Staying calm during an autistic meltdown is crucial. It helps parents assess whether giving the child space or maintaining a calm voice can be beneficial in teaching their little one to respond calmly as well.

This is also the safest way to interact with a child. When the parent is calm, they can better assess the child’s needs and keep them safe and calm.


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What are Some Situations That Can Cause Discomfort For an Autistic Child?

As with anything, everyone is different and responds to different stimuli. Whether environmental, physical, or other, it can be difficult for them to let others know without having intense reactions, which can be when meltdowns occur.

Parents know their children best and can be the ones who observe and note what kinds of environments their children enjoy. Because of that, they can typically pinpoint the early warning signs of a child’s meltdown.

Sometimes, the child can simply be removed from the environment, like a play park, and not have to return. However, having a strategy for when a child cannot leave or avoid situations like a doctor’s visit can make the visit a little smoother.

When practitioners, such as occupational therapists, run into instances where their autistic client is exhibiting behaviors that are interfering with treatment, they try to figure out what the root cause may be.

When a child is experiencing sensory overload due to sensory processing issues, the therapist can take note of what may be causing the overload.

Occupational therapists are trained to calm an autistic child by providing different sensory interventions and sensory integration to help the child learn coping strategies.

A little boy scared and crying at the doctor's
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Some activities that can cause an intense response from an autistic child could be, but are not limited to:

  • sudden and loud noises
  • bright lights
  • bright colors
  • a large number of people
  • a lot of activities happening at once
  • people standing close to the child that they don’t know
  • unknown smells or those that the child doesn’t like or finds overwhelming
  • foods that the child doesn’t like
  • unknown animals

Preparation is the Key

Many autistic children have different responses to stressful situations. If parents, teachers, and practitioners have their own toolkit prepared to help the child calm down, it can help the child then and throughout their lifetime.

Teaching a child calming strategies helps them feel secure and learn to soothe themselves. Recognizing that a child’s behavior communicates their needs can set parents and children up for success.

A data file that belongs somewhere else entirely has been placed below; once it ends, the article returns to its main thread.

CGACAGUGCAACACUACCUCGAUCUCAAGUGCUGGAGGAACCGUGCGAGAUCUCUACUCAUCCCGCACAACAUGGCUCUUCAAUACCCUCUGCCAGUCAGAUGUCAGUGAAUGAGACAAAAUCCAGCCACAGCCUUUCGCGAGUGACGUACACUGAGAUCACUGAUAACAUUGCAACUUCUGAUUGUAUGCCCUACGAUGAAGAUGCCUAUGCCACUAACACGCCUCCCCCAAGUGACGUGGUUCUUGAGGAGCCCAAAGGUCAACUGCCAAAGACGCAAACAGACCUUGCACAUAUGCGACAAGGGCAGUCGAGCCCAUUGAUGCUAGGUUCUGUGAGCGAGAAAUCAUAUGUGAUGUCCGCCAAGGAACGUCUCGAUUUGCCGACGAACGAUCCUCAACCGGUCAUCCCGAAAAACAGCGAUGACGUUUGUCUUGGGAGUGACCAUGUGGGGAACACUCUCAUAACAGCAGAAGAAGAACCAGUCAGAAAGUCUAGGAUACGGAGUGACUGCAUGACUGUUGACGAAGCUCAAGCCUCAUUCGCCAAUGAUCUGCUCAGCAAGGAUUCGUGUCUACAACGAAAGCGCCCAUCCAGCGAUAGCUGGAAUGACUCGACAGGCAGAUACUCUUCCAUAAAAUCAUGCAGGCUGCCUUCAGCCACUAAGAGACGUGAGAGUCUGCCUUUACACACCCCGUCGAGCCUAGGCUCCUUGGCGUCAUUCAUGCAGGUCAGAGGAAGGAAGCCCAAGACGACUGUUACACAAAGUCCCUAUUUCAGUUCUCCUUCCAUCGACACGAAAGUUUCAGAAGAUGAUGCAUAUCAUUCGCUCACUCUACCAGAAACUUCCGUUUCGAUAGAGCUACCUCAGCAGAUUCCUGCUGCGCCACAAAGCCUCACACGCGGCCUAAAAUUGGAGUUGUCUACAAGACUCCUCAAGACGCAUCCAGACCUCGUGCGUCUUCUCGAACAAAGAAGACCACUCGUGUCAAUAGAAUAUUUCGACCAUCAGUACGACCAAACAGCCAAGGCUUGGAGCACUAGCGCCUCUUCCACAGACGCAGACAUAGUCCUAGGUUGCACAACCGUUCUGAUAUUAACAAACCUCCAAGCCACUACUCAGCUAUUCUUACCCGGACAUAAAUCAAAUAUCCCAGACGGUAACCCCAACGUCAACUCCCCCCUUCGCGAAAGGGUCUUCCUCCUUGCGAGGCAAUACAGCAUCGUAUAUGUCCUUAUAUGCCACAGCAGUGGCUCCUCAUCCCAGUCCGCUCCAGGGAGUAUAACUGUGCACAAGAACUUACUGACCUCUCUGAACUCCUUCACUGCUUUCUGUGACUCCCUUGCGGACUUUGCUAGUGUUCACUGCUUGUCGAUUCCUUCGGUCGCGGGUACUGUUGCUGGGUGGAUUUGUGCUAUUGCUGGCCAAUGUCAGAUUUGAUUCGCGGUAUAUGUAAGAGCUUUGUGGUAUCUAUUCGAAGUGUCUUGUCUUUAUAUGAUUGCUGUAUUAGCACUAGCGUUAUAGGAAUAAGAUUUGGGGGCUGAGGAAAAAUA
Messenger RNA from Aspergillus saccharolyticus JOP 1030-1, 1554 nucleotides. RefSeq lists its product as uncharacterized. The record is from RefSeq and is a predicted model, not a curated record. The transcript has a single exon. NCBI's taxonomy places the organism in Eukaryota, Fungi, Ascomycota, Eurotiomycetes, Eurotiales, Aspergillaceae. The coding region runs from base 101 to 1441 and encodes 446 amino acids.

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FAQs

Q: How do you stop negative behavior in autistic children?

A: To address negative behavior in autistic children, identify triggers and use consistent, positive interventions tailored to the child’s needs to promote better behavior.

Q: How do you calm down an autistic child having a tantrum?

A: To calm down an autistic child having a tantrum, provide a quiet and comfortable space, use calming techniques like deep pressure or sensory tools, and offer clear and simple communication to address their needs. It’s essential to stay patient, understanding, and responsive to the child’s sensory sensitivities during the process.

Q: How do you calm an autistic child at school?

A: To calm an autistic child at school, provide a quiet and structured environment, offer sensory breaks when needed, and establish a consistent routine. Understanding their triggers and specific needs will help you create a safe environment.

Q: What relaxes people with autism?

A: People with autism often find relaxation through sensory activities that cater to their preferences, such as deep pressure, soft textures, or calming sounds. Consider using weighted blankets, vests, or fidget toys.

References

American Autism Association. (2020). What Causes a Meltdown and How to Prevent Them. https://www.myautism.org/informational-kits/what-causes-a-meltdown

Barimo, J., & Piller, A. (2019). Sensory Strategies to Calm and Engage Children with Autism Spectrum Disorder.
https://leader.pubs.asha.org/doi/full/10.1044/leader.FTR2.24042019.56

National Autistic Society. (2020). Meltdowns – a guide for all audiences.
https://www.autism.org.uk/advice-and-guidance/topics/behaviour/meltdowns/